The Creepy Crawlies: If It’s Small and It Crawls, It Might Be in Your Vents
For humans, navigating into and around an air duct would be a claustrophobic and uncomfortable task. For bugs and animals, the ducts are a swift, convenient passageway through a building. It’s often shocking the creatures that can enter the air ducts:

  • Bees
  • Spiders
  • Flies
  • Mice
  • Rats
  • Birds
  • Raccoons
  • Possums

Lots of creatures find their way into the vents and leave the gifts of fur, dander and waste… and that’s assuming they make it out alive.

The Impact: It Adds Unnecessary Costs
The impact of improperly maintained, unclean air system shows up as a HVAC system that runs inefficiently. It must work harder to cut through all that build-up and clutter in order to reach the desired temperature, which adds costs to your company’s electricity bill and leads to wasting energy overall. It also means that your air conditioning system will undergo additional strain while trying to maintain its output which shortens the life of your system.

Stay Proactive this Summer
Rather than wait until your HVAC system is struggling to circulate air, make it a point to have regular air duct cleanings. In the long run, it will save you money and energy. And if nothing else, it guarantees that you and your colleagues will enjoy clean, healthy, non-polluted air.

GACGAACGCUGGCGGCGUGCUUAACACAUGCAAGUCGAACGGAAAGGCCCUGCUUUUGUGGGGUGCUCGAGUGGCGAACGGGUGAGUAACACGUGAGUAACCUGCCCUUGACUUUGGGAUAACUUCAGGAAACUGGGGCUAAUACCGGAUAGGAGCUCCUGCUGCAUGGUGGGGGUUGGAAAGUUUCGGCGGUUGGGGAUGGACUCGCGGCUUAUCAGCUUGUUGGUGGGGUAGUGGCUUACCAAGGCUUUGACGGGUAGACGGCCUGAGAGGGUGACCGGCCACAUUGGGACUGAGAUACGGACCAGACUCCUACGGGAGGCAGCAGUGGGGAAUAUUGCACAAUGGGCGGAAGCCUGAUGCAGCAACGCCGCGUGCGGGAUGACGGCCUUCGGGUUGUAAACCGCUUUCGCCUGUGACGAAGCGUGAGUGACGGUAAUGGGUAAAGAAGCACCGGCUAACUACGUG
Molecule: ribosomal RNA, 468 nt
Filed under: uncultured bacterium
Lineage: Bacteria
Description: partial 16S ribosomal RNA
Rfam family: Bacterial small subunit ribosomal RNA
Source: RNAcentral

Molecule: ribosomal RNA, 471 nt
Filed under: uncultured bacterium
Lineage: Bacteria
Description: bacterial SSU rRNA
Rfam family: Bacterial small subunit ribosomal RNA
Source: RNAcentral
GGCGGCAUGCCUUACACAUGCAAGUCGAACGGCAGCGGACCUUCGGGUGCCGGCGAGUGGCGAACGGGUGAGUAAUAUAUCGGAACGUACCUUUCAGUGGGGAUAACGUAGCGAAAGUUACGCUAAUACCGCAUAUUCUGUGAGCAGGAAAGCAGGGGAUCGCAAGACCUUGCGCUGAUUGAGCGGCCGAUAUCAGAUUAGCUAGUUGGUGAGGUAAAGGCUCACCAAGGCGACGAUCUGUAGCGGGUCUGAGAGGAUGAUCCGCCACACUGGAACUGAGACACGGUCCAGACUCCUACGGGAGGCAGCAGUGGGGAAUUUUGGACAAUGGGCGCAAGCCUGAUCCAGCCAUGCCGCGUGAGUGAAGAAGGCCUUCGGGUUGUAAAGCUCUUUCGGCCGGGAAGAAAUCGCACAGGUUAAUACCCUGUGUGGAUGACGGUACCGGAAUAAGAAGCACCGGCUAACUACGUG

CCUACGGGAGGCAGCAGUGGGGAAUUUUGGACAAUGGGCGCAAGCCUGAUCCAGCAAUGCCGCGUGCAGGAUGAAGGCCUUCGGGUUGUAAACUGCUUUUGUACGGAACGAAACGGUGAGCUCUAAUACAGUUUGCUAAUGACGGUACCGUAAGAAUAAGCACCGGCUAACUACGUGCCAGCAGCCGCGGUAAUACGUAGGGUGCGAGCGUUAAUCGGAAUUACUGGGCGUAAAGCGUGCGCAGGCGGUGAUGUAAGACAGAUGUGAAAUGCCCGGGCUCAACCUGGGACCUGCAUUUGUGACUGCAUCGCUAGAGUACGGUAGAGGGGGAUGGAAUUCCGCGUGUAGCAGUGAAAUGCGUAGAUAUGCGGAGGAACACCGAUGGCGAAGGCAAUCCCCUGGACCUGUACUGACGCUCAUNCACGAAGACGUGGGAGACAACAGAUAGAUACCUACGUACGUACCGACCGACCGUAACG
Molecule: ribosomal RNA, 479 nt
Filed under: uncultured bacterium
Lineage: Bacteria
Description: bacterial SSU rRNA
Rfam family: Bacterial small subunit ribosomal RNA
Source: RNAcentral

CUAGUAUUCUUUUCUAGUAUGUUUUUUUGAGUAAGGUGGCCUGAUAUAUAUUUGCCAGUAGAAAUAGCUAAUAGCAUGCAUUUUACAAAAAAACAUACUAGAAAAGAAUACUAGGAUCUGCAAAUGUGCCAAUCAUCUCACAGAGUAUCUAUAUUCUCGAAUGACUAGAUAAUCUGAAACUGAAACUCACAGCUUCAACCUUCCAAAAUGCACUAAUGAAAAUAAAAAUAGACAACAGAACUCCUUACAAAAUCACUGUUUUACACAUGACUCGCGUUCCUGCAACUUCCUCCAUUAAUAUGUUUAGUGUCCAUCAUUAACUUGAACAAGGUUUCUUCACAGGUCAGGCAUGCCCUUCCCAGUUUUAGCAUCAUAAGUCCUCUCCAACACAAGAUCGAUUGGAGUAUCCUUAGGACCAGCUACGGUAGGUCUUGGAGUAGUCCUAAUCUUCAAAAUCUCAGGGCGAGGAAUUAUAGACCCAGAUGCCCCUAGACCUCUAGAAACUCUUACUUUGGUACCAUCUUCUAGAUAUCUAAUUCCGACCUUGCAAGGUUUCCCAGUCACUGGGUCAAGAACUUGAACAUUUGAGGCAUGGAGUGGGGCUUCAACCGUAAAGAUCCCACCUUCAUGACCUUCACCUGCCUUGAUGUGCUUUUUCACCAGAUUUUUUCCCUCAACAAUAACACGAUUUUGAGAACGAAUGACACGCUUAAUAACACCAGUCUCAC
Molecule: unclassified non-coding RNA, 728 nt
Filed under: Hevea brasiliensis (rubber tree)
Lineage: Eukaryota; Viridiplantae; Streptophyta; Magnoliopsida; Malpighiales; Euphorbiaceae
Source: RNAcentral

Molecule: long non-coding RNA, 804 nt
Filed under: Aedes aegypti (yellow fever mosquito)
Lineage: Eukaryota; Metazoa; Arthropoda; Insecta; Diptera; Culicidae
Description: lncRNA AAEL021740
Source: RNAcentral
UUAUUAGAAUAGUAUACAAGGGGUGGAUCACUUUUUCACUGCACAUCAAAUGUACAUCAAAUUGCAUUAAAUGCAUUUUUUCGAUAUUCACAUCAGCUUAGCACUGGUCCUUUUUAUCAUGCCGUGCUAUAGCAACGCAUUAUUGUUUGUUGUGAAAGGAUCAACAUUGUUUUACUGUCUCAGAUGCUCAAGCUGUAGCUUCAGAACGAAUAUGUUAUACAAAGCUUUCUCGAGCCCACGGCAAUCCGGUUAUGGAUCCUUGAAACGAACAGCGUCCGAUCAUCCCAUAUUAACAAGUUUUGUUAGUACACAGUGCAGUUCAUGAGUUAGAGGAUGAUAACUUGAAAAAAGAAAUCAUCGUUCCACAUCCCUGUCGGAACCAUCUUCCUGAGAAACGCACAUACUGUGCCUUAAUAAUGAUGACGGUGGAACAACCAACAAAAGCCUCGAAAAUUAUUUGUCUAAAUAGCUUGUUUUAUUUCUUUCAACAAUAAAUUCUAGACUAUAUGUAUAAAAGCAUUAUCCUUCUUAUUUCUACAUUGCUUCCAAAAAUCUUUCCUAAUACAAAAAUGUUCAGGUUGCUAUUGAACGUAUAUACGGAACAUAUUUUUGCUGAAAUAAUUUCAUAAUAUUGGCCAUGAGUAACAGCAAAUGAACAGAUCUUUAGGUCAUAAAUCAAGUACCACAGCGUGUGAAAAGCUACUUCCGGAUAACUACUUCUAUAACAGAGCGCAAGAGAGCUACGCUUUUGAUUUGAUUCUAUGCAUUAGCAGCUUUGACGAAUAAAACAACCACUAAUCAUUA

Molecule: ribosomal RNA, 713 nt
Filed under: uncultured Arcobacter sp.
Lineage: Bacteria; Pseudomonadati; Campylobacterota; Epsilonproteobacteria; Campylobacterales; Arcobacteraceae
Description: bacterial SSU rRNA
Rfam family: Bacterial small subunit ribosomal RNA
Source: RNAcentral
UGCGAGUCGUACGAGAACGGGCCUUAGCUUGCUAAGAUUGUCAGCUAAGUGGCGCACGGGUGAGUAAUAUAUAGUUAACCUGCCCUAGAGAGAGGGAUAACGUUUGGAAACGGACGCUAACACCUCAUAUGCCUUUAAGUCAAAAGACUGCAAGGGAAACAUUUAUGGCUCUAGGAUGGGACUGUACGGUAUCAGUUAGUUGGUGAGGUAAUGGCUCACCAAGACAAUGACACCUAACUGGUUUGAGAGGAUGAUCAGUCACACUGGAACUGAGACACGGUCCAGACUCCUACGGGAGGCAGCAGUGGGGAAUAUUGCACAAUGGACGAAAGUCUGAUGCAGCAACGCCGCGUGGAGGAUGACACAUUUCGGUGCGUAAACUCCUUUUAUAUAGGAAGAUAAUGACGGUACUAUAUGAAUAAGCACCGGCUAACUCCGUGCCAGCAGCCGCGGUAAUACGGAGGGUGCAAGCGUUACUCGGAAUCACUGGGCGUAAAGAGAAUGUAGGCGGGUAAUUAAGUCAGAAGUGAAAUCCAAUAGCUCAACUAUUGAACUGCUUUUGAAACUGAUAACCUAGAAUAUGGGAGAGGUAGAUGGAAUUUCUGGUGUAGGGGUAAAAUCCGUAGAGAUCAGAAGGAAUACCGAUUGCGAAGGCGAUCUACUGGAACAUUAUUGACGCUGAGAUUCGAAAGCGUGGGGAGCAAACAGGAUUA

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Microbiome and the Design of Buildings

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Image Source: blog.shawnielsen.com

Air Quality is becoming an important factor for many individuals. Those who design buildings are also taking into consideration how important air quality has become for the population. We have many micro biomes on our body, in our body and around us. The bacteria that we have helps us fight and deal with pollutants that we encounter everyday inside buildings and in our homes. Having a deeper understanding of micro biomes and how our organism deals with pollution can help those design better buildings.